In a city where it rains over 150 days a year, there’s nothing more frustrating than being stranded without an umbrella when an unexpected downpour begins. Fortunately, a local company is hoping to prevent that from happening.
Inside the labyrinth running underneath the Institute for Computing, Information and Cognitive System (ICICS) building at the University of British Columbia, Amir Entezari and Babak Assadsangabi operate UmbraCity—a fully automated umbrella-sharing service. Since launching their prototype in 2015 with the support of the UBC Alma Mater Society, the duo has grown the company to have six active kiosks across campus.
“When we came up with the idea, we wanted to see if there was demand for this. We wanted to see if we had the solution and if it was a profitable business,” explains Entezari (the plan is to make money from companies that pay to have a kiosk installed, or pay to advertise on the kiosk itself). With a background in computer science, Entezari gained experience in software development before shifting his focus to entrepreneurship. Together with friend Assadsangabi, the pair sought advice from engineering consulting companies before going forward with their concept. “I had the software background, Babak had the hardware background, and so we worked on creating the prototype,” Entezari says. After a nine-month pilot, the program proved successful among students and faculty and became a permanent project on campus. To date, they’ve had more than 6,500 users and over 15,000 rentals.
So, how does it work? Much like a library system, customers can sign up with UmbraCity for free online or at one of the designated kiosks. Through a touchscreen pad, users enter a phone number and password to rent one of the canary yellow umbrellas, which were designed in-house. When it’s time to return the product, simply leave it inside another designated kiosk. Should members forget to return their umbrellas within the free 24-hour rental period, a rate of $2 per day is charged to their accounts up to a maximum of $30. Although this is a small price to pay for these durable, windproof products, Entezari encourages users to return them. “We don’t want to get into the umbrella-selling business,” he says. “We want to make sure that people use them only for the duration that they actually need them and return them so somebody else can borrow them. That’s the value that we’re trying to create.”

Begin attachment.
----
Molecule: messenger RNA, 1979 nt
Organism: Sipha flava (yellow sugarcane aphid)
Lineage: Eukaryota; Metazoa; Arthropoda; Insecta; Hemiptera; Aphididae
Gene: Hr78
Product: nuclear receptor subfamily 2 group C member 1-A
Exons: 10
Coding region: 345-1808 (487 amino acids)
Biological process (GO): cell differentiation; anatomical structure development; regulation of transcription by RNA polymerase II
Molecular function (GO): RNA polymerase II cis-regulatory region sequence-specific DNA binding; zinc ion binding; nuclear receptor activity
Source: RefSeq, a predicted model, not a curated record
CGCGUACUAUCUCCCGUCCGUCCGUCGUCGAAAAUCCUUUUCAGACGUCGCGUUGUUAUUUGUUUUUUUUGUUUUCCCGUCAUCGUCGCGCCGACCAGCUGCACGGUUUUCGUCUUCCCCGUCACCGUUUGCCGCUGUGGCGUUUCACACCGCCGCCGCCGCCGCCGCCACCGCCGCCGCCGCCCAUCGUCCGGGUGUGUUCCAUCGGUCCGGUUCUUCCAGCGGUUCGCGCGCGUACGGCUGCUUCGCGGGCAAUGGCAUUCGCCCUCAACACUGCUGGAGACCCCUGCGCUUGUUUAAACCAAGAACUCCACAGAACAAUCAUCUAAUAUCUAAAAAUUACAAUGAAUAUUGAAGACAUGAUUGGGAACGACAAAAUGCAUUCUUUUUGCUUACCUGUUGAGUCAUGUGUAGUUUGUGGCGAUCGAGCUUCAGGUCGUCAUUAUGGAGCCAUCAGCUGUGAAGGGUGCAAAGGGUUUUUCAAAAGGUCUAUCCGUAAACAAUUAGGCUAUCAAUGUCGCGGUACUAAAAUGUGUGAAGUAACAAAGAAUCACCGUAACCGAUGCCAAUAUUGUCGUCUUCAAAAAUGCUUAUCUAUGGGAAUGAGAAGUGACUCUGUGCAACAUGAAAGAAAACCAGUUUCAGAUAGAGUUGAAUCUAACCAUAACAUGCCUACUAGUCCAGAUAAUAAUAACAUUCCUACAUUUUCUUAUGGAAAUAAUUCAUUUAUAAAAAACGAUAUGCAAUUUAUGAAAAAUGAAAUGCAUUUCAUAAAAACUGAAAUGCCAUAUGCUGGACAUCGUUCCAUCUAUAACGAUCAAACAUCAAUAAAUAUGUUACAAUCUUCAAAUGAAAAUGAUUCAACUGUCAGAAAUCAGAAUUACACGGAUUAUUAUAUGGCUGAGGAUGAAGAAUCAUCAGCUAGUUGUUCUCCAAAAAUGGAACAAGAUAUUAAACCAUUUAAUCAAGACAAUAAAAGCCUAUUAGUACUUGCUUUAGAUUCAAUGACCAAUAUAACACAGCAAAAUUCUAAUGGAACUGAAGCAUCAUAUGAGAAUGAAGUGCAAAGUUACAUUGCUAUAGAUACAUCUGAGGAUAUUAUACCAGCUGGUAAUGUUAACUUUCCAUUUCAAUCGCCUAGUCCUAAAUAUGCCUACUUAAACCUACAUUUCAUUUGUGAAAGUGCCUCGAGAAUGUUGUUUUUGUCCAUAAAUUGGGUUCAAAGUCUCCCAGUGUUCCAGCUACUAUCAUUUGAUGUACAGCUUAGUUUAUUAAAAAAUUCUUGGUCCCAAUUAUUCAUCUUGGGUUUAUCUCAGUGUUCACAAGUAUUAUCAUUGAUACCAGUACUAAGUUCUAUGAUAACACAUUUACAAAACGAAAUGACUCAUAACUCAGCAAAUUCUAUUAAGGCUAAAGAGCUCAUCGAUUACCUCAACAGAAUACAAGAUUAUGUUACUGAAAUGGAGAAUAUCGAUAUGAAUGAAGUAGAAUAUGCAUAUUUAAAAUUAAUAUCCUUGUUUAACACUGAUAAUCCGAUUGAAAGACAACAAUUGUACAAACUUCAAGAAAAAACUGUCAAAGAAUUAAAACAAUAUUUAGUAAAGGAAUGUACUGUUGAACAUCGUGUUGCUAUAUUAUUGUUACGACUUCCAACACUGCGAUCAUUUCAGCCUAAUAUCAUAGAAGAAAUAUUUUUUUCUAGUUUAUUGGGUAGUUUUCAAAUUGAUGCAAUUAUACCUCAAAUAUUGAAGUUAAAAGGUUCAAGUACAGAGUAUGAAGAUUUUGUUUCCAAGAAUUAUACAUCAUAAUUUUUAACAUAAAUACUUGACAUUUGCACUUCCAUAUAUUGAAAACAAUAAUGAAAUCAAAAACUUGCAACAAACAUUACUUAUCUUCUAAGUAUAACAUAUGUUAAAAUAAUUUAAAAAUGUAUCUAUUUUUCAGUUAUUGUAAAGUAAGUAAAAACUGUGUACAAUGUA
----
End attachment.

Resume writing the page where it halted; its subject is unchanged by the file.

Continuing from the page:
Designed to make rainy cities livable by providing people with greater mobility and peace of mind, perhaps the most noteworthy thing about UmbraCity is its sustainability aspect. In North America alone, over 33,000 umbrellas are sold per year, resulting in landfill waste; UmbraCity aims to reduce the number of low-end umbrellas being manufactured and discarded. As well, in partnership with Common Thread—a local non-profit that employs newcomers to Canada—the canvas from unusable UmbraCity umbrellas is repurposed into backpack covers, bicycle seat covers, and other eco-friendly designs.
As 2018 quickly approaches, the two entrepreneurs diligently prepare for expansion into the downtown core. Focusing on highly populated locations including shopping areas and the financial district, Entezari and Assadsangabi plan to introduce UmbraCity to more of Vancouver by early February.
But like with other start-ups, the journey hasn’t been easy. Even today, Entezari’s demonstration of the automated kiosk ends in embarrassment—an error due to a weak WiFi signal. He assures that switching to cellular data will create a more reliable service. “Every day we face something different,” he says. From user behaviour to the technology itself, they have realized that some challenges don’t get easier over time; but as a result, they’ve become adept at solving problems.
“When I talk to other entrepreneurs when they want to start something, I do warn them that this is going to be a difficult ride,” Entezari chuckles. “It’s like a rollercoaster. One day things are going great, but other days it’s downhill. You got to make sure that if you really believe in your concept; specifically when you try to change people’s behaviour, you have to be consistent and keep at it.”
This positivity and determination echoes through all their hard work. Even as Assadsangabi tinkers alone from their workshop across the hall, he is all smiles. Despite the dreary downpours that are synonymous with Vancouver, it’s refreshing to know that start-ups like UmbraCity can be rewarded for their ingenuity. As the latest game-changer in the sharing economy, these bright umbrellas make rainy days not so bad after all.
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